Bridge project being slowed

Report critical of work to reconstruct bay span

Standards were `bent too far'

Planned completion delayed until 2007

February 11, 2005|By Michael Dresser | Michael Dresser,SUN STAFF

Maryland Transportation Secretary Robert L. Flanagan said yesterday that he is slowing down the Bay Bridge reconstruction project to take a "fresh approach," in light of a highly critical report on problems with work on the westbound span.

In a news conference at the bridge's police station, Flanagan said the planned completion of the project in the spring of next year would be delayed until 2007. Work will continue through this spring as contractors complete the first phase of the project, which gave drivers headaches when botched concrete work forced lane closings last fall.

The short-term good news for motorists who use the bridge is that the hiatus Flanagan announced yesterday will keep the span free of major roadwork this fall and spring of next year, when lane closings had been planned.

At the recommendation of a panel of engineering experts brought in after the concrete problem was discovered, Flanagan said the Maryland Transportation Authority will work more closely with contractors to avoid the kinds of mistakes that have been made with the project.

Flanagan also vowed to involve residents of the communities most affected in planning ways to minimize traffic disruptions and improve communications. "I want them to know we take the disruption in their personal life very seriously," he said.

That disruption became acute in October when Flanagan ordered prolonged closings of two of the three westbound lanes to complete emergency repairs to one of the lanes before cold weather set in. He acted after learning in September that the authority had found that concrete poured in the early stages of the project would have to be scraped away and replaced.

The authority completed the work in time for Thanksgiving but at the cost of backups that in some cases delayed drivers for an hour or more.

In the report released yesterday, an "overview team" led by veteran transportation engineer Thomas B. Deen delivered a scathing assessment of the planning and execution of the first phase of the project. Flanagan said the panel worked independently and provided "an unvarnished look" at how the project was handled.

The panel did not say who was liable -- leaving that to the attorney general's office -- but the report suggested that the authority and its contractors might share the blame for the project's troubles.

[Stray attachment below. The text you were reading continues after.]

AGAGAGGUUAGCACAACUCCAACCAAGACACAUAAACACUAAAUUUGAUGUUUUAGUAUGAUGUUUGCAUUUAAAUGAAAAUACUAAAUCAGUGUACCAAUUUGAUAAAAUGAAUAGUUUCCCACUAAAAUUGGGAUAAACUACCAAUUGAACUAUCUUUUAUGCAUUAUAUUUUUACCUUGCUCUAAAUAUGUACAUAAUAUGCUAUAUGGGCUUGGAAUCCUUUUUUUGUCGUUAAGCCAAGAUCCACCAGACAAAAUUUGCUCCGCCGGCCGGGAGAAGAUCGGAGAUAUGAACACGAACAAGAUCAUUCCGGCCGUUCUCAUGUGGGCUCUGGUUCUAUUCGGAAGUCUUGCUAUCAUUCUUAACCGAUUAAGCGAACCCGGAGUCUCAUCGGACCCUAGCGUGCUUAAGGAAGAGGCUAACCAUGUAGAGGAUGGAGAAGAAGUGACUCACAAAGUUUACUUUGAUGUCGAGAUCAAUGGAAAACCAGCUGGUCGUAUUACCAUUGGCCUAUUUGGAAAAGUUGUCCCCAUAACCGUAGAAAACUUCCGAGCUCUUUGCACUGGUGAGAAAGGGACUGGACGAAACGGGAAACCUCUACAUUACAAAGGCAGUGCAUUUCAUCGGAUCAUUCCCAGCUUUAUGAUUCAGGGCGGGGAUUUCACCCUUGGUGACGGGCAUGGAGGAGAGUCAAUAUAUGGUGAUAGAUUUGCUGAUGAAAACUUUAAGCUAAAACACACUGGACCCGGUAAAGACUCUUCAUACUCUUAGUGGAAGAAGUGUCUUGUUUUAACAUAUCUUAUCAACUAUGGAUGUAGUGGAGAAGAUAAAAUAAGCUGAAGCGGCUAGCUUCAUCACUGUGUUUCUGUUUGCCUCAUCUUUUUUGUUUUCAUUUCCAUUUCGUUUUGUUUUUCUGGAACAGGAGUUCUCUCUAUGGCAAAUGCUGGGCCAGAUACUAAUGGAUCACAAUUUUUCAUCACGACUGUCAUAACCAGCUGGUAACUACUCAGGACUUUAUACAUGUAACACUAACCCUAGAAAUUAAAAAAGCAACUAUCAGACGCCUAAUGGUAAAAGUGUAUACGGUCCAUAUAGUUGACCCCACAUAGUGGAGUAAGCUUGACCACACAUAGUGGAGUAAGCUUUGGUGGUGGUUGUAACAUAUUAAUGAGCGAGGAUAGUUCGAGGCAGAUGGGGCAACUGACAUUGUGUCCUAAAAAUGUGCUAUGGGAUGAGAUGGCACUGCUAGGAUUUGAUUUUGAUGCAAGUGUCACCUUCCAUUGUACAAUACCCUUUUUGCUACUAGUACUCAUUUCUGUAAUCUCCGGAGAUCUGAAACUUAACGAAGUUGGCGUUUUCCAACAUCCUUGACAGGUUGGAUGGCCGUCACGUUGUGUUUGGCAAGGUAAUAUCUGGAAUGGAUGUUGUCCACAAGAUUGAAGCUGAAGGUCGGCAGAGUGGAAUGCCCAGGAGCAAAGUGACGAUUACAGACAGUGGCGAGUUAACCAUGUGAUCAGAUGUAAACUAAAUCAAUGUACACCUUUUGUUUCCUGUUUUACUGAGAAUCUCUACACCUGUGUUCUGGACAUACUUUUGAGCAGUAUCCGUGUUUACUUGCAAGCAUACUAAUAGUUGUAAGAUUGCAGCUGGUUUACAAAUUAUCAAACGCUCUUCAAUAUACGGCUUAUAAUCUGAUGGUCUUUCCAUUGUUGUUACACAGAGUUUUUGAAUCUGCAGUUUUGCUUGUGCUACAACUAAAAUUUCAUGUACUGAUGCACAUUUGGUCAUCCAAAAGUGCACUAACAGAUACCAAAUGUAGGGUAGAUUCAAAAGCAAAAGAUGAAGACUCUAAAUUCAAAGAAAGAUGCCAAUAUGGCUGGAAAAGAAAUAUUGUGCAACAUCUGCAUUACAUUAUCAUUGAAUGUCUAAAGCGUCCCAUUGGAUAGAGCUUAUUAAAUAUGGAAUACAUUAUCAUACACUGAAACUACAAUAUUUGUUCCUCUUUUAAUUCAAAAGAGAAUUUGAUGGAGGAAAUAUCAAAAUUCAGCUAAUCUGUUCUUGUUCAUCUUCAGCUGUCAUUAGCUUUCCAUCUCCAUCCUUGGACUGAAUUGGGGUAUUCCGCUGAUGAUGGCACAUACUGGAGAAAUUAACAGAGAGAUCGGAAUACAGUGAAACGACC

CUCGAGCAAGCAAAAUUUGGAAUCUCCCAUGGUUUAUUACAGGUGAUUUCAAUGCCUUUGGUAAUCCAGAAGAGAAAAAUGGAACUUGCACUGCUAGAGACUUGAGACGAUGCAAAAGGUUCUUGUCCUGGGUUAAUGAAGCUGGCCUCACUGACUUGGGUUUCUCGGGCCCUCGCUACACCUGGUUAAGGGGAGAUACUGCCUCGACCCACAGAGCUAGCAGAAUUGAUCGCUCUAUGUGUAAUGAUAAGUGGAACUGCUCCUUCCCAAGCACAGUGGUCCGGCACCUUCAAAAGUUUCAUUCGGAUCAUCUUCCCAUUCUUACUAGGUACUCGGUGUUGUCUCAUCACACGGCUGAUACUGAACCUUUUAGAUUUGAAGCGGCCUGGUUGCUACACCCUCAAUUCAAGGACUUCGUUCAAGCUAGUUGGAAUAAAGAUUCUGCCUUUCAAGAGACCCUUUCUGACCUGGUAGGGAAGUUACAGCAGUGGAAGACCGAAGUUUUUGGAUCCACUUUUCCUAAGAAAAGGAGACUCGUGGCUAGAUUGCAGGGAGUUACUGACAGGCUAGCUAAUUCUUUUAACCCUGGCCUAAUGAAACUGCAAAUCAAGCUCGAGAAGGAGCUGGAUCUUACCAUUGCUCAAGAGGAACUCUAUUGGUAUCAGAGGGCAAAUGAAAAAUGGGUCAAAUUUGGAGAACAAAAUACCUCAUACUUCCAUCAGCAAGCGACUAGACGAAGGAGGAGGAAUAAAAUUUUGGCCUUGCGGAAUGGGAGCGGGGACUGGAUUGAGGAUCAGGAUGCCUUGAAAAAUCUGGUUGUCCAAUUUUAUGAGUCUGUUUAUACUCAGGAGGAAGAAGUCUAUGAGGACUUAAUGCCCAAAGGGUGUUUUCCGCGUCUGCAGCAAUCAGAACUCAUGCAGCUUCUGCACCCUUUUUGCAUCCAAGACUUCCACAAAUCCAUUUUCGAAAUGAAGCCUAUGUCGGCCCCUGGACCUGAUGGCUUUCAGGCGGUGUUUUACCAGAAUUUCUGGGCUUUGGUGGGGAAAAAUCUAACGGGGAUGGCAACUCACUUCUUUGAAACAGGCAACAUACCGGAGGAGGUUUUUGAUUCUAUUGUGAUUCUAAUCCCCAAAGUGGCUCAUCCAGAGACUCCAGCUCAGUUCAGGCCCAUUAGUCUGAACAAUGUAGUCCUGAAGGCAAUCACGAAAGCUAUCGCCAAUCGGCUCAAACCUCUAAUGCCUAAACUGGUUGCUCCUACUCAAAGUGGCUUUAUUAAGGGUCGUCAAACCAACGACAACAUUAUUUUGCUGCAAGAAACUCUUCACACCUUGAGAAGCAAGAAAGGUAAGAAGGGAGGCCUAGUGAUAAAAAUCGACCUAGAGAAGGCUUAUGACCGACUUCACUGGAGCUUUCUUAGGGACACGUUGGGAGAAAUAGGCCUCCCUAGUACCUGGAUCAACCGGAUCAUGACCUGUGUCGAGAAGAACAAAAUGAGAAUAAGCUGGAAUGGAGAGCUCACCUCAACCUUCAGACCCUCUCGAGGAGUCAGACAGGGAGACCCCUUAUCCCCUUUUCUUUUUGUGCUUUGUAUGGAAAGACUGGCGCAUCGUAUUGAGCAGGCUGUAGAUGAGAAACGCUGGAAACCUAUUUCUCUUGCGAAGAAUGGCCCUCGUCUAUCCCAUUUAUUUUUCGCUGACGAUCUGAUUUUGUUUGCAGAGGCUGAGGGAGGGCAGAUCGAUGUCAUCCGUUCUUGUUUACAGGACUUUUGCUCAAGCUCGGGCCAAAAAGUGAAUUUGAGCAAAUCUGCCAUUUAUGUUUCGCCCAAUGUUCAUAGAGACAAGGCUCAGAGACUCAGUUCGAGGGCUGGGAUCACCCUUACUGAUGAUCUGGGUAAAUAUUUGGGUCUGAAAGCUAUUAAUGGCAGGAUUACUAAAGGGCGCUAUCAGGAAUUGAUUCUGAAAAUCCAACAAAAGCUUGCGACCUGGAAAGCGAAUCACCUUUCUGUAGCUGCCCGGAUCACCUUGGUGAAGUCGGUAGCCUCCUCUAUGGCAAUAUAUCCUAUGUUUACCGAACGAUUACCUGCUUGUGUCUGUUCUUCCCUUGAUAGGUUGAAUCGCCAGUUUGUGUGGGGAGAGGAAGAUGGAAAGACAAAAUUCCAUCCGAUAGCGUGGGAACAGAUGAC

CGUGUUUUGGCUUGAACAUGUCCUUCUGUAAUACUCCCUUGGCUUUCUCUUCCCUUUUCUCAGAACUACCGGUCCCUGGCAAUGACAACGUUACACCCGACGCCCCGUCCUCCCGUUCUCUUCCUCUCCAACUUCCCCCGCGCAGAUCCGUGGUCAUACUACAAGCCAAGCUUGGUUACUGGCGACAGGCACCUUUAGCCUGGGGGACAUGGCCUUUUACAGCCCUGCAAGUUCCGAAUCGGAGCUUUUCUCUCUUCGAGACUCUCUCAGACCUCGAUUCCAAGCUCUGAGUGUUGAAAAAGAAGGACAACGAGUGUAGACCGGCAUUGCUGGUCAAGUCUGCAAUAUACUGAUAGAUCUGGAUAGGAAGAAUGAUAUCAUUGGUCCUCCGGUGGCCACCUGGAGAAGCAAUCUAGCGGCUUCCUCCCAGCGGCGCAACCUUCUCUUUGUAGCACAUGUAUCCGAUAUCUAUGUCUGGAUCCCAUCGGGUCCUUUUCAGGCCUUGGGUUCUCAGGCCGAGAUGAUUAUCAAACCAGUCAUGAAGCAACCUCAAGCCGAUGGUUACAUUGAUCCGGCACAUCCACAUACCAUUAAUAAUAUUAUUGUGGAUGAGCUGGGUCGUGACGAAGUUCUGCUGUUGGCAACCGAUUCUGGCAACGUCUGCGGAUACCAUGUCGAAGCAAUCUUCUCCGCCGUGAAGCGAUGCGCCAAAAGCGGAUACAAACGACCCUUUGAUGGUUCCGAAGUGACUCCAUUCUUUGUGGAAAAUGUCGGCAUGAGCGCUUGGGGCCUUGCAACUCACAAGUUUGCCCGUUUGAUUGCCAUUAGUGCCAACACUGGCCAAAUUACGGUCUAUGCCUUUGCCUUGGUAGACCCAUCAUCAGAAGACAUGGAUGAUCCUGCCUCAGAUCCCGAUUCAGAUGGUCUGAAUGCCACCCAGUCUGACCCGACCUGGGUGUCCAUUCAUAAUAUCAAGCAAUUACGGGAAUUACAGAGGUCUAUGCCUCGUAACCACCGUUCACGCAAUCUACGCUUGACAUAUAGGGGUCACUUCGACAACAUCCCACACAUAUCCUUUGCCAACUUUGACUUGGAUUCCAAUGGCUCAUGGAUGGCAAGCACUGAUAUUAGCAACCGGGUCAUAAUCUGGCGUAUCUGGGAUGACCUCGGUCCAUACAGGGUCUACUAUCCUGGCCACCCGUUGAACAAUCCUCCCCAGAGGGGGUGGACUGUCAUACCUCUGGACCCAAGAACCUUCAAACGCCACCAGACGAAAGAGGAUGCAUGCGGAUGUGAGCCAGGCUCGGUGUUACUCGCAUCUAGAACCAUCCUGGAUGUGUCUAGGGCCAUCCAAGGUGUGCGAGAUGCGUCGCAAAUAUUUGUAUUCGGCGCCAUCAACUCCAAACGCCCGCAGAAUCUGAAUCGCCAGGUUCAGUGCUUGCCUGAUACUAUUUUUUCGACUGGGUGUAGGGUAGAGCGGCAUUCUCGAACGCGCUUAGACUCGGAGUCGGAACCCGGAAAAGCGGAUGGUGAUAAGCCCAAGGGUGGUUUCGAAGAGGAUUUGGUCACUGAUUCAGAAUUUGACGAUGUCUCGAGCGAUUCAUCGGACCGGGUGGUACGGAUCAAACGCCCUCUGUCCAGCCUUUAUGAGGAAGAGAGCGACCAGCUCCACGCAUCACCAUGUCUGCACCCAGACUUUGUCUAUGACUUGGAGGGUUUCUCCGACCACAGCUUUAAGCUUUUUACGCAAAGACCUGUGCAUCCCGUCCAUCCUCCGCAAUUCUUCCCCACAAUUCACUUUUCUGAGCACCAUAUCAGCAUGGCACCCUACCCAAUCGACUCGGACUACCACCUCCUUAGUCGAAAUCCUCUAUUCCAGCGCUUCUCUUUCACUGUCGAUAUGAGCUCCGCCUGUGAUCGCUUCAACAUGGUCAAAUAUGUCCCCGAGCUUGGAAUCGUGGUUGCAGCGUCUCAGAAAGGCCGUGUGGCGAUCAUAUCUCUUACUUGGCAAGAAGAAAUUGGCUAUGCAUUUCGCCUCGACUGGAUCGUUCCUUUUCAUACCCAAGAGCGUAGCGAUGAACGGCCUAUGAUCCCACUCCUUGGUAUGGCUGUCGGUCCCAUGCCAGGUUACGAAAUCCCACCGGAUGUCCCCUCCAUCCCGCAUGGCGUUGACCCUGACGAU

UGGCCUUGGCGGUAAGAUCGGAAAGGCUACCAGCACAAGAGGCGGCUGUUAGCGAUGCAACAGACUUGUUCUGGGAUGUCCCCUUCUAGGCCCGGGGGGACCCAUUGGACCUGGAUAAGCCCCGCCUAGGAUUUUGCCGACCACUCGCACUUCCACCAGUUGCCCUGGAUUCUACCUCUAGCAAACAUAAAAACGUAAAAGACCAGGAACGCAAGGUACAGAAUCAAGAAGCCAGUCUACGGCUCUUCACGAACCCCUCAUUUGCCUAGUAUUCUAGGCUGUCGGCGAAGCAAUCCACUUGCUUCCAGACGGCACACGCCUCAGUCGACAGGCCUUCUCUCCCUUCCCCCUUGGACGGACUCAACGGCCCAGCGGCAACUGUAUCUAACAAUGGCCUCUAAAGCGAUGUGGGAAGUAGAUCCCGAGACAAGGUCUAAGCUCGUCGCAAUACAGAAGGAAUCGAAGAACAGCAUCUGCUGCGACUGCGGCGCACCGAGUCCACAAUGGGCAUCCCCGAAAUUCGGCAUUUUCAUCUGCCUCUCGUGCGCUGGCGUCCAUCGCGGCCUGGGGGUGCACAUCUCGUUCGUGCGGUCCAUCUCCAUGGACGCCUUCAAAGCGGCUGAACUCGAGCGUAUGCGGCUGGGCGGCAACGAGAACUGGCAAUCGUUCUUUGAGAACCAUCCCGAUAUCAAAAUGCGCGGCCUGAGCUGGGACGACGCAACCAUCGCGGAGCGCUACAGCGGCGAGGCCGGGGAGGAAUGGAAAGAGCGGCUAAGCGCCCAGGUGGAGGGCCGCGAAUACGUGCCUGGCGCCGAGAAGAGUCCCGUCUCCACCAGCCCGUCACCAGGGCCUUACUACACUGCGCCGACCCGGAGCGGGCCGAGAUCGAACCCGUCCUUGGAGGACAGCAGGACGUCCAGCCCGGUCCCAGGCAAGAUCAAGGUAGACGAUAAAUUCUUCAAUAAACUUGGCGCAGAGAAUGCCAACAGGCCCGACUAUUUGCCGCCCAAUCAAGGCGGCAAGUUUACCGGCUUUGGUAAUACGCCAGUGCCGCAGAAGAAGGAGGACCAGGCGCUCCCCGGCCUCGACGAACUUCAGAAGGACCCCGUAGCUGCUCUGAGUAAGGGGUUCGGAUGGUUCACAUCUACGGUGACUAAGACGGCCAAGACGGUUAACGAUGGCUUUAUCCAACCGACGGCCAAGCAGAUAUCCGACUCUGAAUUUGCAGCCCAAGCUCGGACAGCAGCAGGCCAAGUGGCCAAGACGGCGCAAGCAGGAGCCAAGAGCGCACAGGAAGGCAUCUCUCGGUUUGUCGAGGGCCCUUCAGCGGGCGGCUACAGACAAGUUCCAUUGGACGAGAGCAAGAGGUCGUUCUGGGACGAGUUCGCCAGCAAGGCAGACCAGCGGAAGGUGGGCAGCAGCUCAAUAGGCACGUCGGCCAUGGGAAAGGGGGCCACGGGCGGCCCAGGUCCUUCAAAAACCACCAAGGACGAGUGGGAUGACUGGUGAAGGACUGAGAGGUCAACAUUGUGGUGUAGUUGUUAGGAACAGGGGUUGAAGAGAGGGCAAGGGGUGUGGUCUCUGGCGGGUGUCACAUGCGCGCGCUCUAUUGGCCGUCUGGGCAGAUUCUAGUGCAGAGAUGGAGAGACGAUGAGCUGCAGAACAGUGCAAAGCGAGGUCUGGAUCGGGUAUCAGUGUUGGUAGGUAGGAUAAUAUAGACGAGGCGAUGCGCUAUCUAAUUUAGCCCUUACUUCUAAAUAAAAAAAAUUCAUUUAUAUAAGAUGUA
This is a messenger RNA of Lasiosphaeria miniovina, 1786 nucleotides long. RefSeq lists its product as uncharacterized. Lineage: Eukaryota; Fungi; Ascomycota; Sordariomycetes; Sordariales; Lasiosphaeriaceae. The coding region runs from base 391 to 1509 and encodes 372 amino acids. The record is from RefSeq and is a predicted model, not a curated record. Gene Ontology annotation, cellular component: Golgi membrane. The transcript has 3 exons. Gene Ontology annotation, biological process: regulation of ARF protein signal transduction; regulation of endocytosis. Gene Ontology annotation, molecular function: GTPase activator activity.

Deen said that from its planning stage in the 1990s, the reconstruction, an extremely challenging and demanding project, was treated as a "routine" job.

The authority released a report by the experts that found that numerous corners were cut in the first phase of the project.

"In the case of the Bay Bridge, it appears there were a particularly large number of exceptions and non-standard practices in a situation where meticulous adherence to best practice was a necessity for good results," the report said.

Among other mistakes the experts pointed to were frequent deviations from guidelines requiring minimum temperatures of 40 to 45 degrees for applying a bonding chemical or pouring concrete. Some work was done when the temperature was as low as 29, Deen said.

"There was great pressure to try to get the job done and on time," he said. "Standards with respect to temperatures were probably bent too far."

Low temperatures were one of six engineering factors the experts identified as contributing to the failure of the overlay of concrete to bond to the subsurface of some sections of the bridge deck.

Others included:

Thinner decks than those on similar bridges, a legacy of the original design. The experts said that thinness imposes "stringent demands" that were not met in the resurfacing project.

Poor preparation of the undersurface for pouring the concrete overlay.

The use of the wrong chemicals to ensure a tight bond between the two levels of the deck.

The choice of a concrete that was susceptible to cracking if poured in cold weather.

Inadequate methods for hardening the concrete.

Thomas L. Osborne Sr., chief executive of the authority during the early stages of the rehabilitation, resigned in October after the extent of the bridge's problems became public.

The reconstruction of the westbound span's deck began in 2002. It was supposed to cost about $60 million, but the cost is expected to be at least $7 million higher after the cost of repairing cracked concrete is factored in. The revised plan for the second phase could also drive up costs, but Flanagan said there is no way to estimate the final price now.

The report said that if future repairs are necessary, the authority should replace the deck, rather than resurface, wherever possible. That would be potentially costly but could be expected to increase the life of the repairs.

The panel also admonished the authority that if it does any future resurfacing, it should adhere strictly to temperature guidelines and other requirements for pouring concrete.

The report urged state officials to thoroughly evaluate the qualifications of potential contractors and subcontractors before involving them in Bay Bridge work.

The team said authority officials must make decisions in advance -- with the help of the best experts -- on how to balance the competing demands of construction schedules, weather and traffic.

"They should not be [made] in the midst of the construction project, when deadlines are fast approaching, funds are dwindling and the weather is closing in," the report said.

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